Two cyanobacterial phytochromes, CphA and CphB, have been genetically characterized in Calothrix PCC 7601. These light-regulated histidine kinases act at an early step in the transmission of the red/far red light signal by a mechanism of phosphorylation/dephosphorylation of the response regulators RcpA and RcpB. In contrast to CphA that carries a covalently bound chromophore, CphB carries a non-covalently bound one. No cross-talk has been detected between CphA-RcpA and CphB-RcpB, indicating that these couples are specific. Based on studies using a bacterial two-hybrid system, the RcpA protein forms homodimers. The 3D-structure of RcpB has been established, that of RcpA is under way. The biochemical and spectral properties of different mutants are being studied to elucidate the structure-function relationships of these four proteins (collaborations with W. Gärtner, T.Hübschmann and T. Börner, Germany, and with D. Ladant and G. Karimova, IP).

PII, a signal transducer that coordinates carbon and nitrogen metabolism

The primary structure of the PII (GlnB) protein is very conserved among procaryotes and plants, its function, however, differs depending on organisms. In order to get deeper insights into the role of this protein in cell metabolism, different cyanobacteria are being studied. In the strains Synechococcus PCC7942, obligate photoautotroph, and Synechocystis PCC 6803, facultative heterotroph, the phosphorylated form of PII inhibits the uptake of nitrate/nitrite ions. This inhibition is relieved when PII is liganded to 2-oxoglutarate and phosphorylated, i.e. in the presence of high carbon and low nitrogen concentrations. In Synechocystis, this modified form of PII inhibits the high affinity transport system for bicarbonate ions. Finally, the phosphorylation level of PII in both Synechococcus and Synechocystis depends on the intracellular redox potential and, consequently, the photosynthetic activity of the cell (collaboration with S. Bédu and R. Jeanjean, LCB, Marseille). This regulatory process allows cells to maintain a proper N/C balance in response to changes in light and nutrients (nitrogen and carbon) in the environment.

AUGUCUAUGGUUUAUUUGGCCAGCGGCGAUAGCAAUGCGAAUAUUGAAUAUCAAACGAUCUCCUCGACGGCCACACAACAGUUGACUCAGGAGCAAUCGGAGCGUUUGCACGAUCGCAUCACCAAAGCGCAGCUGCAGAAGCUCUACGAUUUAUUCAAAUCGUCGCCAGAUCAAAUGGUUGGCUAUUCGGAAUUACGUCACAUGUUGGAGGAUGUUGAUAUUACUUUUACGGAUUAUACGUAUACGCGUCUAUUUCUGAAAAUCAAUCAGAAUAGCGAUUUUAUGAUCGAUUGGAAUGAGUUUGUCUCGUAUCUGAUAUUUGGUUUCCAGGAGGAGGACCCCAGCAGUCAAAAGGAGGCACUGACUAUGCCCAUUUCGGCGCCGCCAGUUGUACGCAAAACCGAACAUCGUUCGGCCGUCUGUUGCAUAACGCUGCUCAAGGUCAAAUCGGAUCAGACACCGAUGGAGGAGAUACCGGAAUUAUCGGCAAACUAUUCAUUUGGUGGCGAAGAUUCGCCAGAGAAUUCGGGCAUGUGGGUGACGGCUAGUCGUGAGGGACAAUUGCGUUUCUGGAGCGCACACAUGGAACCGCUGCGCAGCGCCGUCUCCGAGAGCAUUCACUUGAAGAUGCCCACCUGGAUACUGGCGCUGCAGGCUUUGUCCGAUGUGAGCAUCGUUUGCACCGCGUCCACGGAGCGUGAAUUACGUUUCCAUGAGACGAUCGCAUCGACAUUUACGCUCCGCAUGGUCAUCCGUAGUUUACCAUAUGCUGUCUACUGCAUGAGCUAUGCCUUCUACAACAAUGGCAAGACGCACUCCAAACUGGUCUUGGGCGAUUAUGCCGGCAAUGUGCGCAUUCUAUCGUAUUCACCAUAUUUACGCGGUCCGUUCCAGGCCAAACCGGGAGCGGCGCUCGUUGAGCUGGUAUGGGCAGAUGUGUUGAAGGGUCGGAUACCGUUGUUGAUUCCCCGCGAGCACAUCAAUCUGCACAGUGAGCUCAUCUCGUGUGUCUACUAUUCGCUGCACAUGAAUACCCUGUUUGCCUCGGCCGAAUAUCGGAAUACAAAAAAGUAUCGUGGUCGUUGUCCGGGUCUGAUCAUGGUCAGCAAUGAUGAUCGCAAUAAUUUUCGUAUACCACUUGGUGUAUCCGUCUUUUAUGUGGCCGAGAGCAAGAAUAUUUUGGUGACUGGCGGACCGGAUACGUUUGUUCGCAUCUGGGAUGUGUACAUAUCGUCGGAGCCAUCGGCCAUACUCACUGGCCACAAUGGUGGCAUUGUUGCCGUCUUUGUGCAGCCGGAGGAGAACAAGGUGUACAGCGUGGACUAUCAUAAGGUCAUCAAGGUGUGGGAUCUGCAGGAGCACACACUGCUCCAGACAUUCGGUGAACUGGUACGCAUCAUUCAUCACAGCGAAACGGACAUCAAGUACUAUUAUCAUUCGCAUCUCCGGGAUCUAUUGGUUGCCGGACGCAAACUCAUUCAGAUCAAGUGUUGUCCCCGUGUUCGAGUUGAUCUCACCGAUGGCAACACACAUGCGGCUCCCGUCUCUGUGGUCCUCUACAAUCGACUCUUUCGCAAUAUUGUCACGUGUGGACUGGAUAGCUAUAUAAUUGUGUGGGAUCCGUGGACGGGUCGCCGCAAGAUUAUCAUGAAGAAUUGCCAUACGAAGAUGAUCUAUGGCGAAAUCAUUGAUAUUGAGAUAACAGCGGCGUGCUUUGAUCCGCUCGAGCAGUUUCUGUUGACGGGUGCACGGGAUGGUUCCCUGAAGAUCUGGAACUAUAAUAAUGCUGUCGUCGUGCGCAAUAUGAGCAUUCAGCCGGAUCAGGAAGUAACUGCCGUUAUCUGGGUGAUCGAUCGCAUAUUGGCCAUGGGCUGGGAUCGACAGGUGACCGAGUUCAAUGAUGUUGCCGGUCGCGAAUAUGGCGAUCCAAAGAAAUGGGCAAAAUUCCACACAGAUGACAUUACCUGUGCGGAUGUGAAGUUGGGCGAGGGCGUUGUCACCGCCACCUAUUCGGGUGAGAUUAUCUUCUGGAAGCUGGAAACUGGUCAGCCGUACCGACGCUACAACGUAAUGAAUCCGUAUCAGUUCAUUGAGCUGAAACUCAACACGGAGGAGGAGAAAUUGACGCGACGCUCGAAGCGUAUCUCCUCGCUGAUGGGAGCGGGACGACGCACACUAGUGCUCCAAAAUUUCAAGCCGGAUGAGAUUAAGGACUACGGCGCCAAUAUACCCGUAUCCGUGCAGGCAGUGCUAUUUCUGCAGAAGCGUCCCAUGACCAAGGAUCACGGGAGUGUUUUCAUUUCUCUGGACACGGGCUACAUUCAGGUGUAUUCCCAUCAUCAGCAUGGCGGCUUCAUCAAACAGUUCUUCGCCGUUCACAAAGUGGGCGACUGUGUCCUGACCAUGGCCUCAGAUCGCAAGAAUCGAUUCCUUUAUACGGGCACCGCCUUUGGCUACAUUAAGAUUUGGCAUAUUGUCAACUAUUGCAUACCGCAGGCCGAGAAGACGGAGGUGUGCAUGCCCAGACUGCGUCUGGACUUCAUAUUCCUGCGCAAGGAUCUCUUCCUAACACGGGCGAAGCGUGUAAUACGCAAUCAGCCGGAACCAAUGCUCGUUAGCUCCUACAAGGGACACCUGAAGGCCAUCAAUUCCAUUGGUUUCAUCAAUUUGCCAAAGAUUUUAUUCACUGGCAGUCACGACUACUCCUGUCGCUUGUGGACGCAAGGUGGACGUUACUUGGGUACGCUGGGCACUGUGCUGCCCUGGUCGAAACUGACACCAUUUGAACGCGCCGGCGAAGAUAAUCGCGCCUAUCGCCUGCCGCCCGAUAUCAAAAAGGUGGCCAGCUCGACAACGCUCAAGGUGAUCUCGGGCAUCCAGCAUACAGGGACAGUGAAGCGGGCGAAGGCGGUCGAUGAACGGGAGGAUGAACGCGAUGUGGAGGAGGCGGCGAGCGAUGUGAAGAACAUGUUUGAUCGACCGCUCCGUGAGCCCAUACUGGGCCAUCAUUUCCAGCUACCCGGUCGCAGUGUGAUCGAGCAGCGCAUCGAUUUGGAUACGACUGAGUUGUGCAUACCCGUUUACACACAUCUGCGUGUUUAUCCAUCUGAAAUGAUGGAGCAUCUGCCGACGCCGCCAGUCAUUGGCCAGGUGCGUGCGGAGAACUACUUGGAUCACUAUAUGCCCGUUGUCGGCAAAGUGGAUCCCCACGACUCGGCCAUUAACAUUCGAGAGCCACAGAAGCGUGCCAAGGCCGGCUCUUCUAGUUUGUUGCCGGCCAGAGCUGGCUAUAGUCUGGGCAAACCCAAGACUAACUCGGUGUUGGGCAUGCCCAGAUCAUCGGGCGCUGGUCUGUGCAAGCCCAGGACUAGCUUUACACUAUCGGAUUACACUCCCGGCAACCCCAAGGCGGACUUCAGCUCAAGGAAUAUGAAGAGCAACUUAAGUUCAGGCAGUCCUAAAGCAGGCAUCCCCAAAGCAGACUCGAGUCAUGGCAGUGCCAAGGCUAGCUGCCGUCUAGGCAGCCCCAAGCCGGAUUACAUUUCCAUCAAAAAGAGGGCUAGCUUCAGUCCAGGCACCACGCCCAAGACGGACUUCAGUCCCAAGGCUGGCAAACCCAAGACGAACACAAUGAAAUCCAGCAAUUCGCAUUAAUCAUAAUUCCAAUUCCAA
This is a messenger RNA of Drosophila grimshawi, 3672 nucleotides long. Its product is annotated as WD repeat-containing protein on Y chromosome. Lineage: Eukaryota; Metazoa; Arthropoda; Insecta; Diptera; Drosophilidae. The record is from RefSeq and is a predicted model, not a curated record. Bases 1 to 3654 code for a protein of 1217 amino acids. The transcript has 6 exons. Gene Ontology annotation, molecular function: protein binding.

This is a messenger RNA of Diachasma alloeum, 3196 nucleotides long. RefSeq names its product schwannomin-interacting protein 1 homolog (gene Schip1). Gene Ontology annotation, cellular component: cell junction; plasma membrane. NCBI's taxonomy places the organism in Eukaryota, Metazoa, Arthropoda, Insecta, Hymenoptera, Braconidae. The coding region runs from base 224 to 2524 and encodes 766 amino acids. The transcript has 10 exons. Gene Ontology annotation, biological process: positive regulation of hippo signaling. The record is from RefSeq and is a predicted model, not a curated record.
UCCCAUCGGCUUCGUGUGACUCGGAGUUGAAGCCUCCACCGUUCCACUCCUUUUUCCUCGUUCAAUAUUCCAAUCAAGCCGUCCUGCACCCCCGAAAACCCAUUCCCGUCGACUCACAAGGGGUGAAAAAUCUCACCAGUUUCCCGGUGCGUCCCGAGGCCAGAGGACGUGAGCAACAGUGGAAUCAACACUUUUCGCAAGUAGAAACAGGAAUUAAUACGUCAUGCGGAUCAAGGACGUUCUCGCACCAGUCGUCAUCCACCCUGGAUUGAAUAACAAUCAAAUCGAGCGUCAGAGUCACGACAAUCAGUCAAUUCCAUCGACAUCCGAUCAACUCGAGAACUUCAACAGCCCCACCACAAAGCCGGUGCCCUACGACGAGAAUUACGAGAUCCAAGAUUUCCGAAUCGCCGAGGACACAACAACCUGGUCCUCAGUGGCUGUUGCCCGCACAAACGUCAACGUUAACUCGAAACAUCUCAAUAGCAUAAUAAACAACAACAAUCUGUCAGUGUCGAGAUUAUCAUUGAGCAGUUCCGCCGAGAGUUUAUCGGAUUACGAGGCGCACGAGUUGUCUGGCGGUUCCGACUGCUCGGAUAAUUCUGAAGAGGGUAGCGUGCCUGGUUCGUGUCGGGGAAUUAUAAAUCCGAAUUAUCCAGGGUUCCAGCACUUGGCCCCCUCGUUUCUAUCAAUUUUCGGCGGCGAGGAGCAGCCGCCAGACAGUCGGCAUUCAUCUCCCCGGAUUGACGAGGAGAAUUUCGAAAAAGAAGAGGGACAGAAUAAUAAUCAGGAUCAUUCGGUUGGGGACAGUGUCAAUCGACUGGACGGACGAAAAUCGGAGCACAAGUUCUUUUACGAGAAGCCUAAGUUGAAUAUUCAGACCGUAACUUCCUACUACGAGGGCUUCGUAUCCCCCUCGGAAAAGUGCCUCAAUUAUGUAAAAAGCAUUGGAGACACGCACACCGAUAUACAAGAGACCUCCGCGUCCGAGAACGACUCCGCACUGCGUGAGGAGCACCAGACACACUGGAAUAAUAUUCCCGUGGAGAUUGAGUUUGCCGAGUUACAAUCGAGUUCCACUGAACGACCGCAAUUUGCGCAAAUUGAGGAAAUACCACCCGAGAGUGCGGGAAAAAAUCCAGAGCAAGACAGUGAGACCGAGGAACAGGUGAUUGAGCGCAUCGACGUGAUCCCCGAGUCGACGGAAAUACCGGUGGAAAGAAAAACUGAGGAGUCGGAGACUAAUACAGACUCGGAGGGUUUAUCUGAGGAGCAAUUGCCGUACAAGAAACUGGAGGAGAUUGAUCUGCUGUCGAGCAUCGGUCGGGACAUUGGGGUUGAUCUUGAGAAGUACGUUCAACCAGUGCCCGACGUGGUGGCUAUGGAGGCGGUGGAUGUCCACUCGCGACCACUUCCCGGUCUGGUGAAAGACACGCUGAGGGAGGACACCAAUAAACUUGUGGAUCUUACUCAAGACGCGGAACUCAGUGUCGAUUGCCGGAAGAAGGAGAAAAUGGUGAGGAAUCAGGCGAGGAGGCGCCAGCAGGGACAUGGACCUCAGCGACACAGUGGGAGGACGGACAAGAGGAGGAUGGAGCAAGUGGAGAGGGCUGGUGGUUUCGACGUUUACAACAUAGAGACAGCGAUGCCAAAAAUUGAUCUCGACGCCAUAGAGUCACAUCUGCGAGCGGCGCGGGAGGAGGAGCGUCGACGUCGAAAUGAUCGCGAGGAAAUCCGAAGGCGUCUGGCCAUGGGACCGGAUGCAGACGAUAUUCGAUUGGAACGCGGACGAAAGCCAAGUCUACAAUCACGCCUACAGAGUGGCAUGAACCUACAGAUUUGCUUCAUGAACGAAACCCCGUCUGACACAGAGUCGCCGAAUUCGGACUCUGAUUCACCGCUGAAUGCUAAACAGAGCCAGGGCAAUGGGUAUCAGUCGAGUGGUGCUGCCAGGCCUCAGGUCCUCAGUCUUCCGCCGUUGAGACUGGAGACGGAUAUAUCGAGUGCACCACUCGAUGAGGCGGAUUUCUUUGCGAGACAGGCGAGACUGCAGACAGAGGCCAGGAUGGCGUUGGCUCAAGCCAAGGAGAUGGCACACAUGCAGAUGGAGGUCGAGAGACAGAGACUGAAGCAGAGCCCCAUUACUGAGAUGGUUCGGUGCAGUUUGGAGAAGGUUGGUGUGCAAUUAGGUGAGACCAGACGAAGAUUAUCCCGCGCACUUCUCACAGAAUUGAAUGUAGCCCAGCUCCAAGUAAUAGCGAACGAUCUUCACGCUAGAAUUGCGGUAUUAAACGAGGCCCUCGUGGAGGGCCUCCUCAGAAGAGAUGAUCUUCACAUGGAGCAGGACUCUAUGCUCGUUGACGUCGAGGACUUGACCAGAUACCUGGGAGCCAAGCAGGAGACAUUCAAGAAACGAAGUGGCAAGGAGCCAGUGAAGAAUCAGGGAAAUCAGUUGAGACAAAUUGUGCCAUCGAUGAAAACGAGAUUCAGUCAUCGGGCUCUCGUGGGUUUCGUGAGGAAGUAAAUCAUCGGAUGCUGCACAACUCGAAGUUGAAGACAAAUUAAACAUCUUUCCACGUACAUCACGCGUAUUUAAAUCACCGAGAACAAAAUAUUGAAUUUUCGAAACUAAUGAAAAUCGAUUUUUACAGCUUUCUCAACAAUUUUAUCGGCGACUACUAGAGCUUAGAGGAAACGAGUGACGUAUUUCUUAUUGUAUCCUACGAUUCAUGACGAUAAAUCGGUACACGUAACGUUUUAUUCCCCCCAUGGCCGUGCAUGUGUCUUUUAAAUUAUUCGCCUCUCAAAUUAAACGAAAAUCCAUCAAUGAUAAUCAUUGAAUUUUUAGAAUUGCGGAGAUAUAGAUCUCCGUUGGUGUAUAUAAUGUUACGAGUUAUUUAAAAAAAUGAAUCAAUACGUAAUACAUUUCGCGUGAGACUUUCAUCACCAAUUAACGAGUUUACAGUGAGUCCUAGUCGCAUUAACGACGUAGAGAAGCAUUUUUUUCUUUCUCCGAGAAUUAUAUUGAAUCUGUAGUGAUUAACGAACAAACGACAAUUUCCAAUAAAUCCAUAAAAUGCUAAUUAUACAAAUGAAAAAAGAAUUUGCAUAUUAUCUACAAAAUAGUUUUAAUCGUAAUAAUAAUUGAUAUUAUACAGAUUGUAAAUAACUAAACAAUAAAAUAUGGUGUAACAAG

In the frame of an European Programme (PROMOLEC "Prochlorococcus molecular ecology", programme MAAST III, 1998-2001), some characteristics of Prochlorococcus marinus, a cyanobacterium extremely abundant in oligotrophic tropical and subtropical oceans, have been studied. This strain has the smallest cell size (diameter 0.5-0.6mm), the smallest genome (1,67 Mb), the lowest percentage G+C (31 %) among cyanobacteria, and possesses atypical light harvesting antennae that consist of protein complexes containing divinyl-chlorophylls a and b but no phycobiliproteins.
P. marinus has a cyanobacterial-type PII that remains unphosphorylated, although its primary and quaternary structures are well conserved (collaborations with S. Loiseaux-De Goër, CNRS, Roscoff, and A. Blondel, IP). The presence of a high affinity transport system for bicarbonate ions that is active even in the presence of a high CO2 concentration and the lack of an active transport system for nitrate/nitrite coïncide with the presence of a PII protein which remains dephosphorylated under these conditions (collaboration with S. Bédu, CNRS, Marseille).

3. Cyanobacterial genomes (N. Tandeau de Marsac)1000 short tagged sequences (STS) of the genome of the hepatotoxic strain Microcystis PCC 7806 have been sequenced in the Laboratory of F. Kunst and P. Glaser (IP) and analyzed in collaboration with our unit. The genome of this cyanobacterium displays a low level of reiteration and noticingly differs from that of the non-toxic strain Synechocystis PCC 6803. In silico analyses of the sequence of the latter genome revealed the presence of repeated motives whose function(s) remain(s) to be determined (collaboration with M. F. Sagot, IP).

Legend of the photograph:
In situ hybridations (FISH) of hepatotoxic cyanobacteria belonging to the genus Microcystis (green) and of eukaryotic organisms (amoebae; red) from a water sample. Detection with two different fluorochromes coupled to tyramide and observation under confocal laser scanning microscopy (W. Shönhuber and M. Herdman).

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  Office staff Researchers Scientific trainees Other personnel

LEFEBVRE Jacqueline, IP



ITEMAN Isabelle, Post-doc

LALOUI Wassila, Post-doc

MARCEL Anne, Stagiaire DESS

SCHÖNHUBER Wilhelm, Post-doc

WU Tianfu, Post-doc